Brown seeks 5-year extension of California taxes

  • Gov. Jerry Brown gestures as he discusses his approach to dealing with an estimated $25.4 billion state budget deficit during news conference where he released his $84.6 billion general fund state spending plan at the Capitol in Sacramento, Calif., Monday, Jan. 10, 2011. (AP Photo/Rich Pedroncelli)

SACRAMENTO — Gov. Jerry Brown proposed a budget for the coming fiscal year Monday that deals with the state's ongoing deficit with tough medicine for nearly every Californian, making deep cuts to most areas of government while calling for a five-year extension of tax increases enacted in 2009.

In releasing his first budget plan, the newly elected Democratic governor said he wanted to end the types of acccounting gimmicks, borrowing tricks and overly optimistic revenue assumptions that characterized the recent budgets signed by former Gov. Arnold Schwarzenegger.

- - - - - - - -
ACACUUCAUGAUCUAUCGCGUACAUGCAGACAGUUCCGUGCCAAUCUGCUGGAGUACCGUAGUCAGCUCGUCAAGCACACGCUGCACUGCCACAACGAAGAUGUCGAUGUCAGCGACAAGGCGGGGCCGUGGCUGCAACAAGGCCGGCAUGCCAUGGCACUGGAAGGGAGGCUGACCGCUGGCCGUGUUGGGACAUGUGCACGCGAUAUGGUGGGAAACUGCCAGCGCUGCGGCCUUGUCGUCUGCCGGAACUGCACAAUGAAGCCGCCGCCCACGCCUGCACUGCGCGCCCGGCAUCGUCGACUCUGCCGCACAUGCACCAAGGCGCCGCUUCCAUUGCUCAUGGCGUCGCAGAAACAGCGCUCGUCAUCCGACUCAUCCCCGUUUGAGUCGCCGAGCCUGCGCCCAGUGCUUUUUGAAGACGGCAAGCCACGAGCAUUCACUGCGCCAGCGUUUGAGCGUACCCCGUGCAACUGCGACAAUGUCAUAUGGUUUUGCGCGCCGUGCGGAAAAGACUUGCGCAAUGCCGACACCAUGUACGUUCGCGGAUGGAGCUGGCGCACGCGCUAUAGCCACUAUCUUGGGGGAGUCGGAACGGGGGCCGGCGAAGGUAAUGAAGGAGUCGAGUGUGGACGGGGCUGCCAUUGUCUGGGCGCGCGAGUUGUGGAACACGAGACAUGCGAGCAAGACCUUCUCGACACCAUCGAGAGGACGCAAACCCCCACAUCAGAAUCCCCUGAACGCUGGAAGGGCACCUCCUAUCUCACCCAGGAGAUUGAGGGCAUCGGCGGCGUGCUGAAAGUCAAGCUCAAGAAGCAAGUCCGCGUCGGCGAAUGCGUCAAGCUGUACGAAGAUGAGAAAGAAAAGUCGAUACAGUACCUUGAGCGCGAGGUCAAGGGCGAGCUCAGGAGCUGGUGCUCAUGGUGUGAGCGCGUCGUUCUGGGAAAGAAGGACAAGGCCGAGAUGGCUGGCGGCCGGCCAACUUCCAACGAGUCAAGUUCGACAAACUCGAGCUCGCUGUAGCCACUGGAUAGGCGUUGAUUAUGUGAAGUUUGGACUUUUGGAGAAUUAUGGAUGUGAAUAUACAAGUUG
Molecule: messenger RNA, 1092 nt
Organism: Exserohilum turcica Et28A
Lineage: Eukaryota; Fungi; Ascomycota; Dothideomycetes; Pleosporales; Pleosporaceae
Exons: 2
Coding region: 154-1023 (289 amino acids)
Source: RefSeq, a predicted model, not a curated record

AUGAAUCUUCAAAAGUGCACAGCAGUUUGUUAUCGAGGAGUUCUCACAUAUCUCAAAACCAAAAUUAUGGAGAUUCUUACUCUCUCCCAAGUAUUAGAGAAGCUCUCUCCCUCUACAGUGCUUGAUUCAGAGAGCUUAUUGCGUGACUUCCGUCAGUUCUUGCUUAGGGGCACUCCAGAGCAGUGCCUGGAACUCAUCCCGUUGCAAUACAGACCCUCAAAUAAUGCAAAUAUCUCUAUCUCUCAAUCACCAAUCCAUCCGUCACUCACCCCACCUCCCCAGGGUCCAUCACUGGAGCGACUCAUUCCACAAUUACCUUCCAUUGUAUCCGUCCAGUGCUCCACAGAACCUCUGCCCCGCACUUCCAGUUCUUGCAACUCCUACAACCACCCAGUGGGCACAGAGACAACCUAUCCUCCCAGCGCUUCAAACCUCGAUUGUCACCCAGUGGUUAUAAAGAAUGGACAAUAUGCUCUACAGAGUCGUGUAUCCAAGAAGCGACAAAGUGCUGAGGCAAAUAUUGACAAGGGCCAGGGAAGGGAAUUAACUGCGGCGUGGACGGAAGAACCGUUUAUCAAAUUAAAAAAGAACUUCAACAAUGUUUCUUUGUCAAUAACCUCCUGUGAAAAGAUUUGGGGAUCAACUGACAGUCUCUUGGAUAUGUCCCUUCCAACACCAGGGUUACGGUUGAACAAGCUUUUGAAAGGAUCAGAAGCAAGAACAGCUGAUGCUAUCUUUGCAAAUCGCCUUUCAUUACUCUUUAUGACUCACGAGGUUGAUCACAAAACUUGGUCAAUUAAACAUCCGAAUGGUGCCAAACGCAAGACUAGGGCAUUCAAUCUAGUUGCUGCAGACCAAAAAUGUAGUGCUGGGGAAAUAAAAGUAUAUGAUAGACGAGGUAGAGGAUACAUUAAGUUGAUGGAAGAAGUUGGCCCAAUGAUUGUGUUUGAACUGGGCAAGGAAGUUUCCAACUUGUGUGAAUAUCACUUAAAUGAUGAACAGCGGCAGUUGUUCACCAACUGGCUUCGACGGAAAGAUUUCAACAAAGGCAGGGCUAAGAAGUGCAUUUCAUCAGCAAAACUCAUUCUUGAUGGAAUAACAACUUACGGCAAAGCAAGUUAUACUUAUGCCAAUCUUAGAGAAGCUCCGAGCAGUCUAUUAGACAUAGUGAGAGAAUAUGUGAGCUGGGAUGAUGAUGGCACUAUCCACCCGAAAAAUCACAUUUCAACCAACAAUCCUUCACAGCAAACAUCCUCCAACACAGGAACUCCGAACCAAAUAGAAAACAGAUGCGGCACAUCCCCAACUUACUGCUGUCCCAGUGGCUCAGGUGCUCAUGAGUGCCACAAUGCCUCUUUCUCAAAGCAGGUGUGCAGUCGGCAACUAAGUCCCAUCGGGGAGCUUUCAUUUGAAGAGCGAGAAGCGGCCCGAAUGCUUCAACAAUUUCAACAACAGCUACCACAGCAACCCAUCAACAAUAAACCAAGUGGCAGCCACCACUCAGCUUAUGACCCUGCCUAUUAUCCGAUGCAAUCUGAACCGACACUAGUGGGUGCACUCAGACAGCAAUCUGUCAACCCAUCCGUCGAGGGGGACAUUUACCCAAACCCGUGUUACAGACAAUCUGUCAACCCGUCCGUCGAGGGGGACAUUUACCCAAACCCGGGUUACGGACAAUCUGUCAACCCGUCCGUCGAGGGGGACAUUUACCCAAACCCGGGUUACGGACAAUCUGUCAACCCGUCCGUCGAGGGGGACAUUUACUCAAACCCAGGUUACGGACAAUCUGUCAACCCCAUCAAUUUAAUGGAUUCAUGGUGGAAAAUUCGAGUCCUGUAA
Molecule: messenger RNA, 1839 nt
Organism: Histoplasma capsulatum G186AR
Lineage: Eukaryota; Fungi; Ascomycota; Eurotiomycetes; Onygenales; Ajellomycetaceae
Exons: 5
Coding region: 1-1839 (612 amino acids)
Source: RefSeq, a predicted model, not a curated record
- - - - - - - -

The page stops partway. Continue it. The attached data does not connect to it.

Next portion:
His budget projects the deficit at $25.4 billion over the next 18 months.

To close it, Brown called for $12.5 billion in spending cuts, including reductions in welfare, social services, health care for the poor, community colleges and a combined $1 billion cut to the University of California and California State University systems.

Brown also wants the Legislature to call a special election in June to give voters an opportunity to continue increases in the income, sales and vehicle taxes for five years. The taxes were approved two years ago next month and are due to expire this year.

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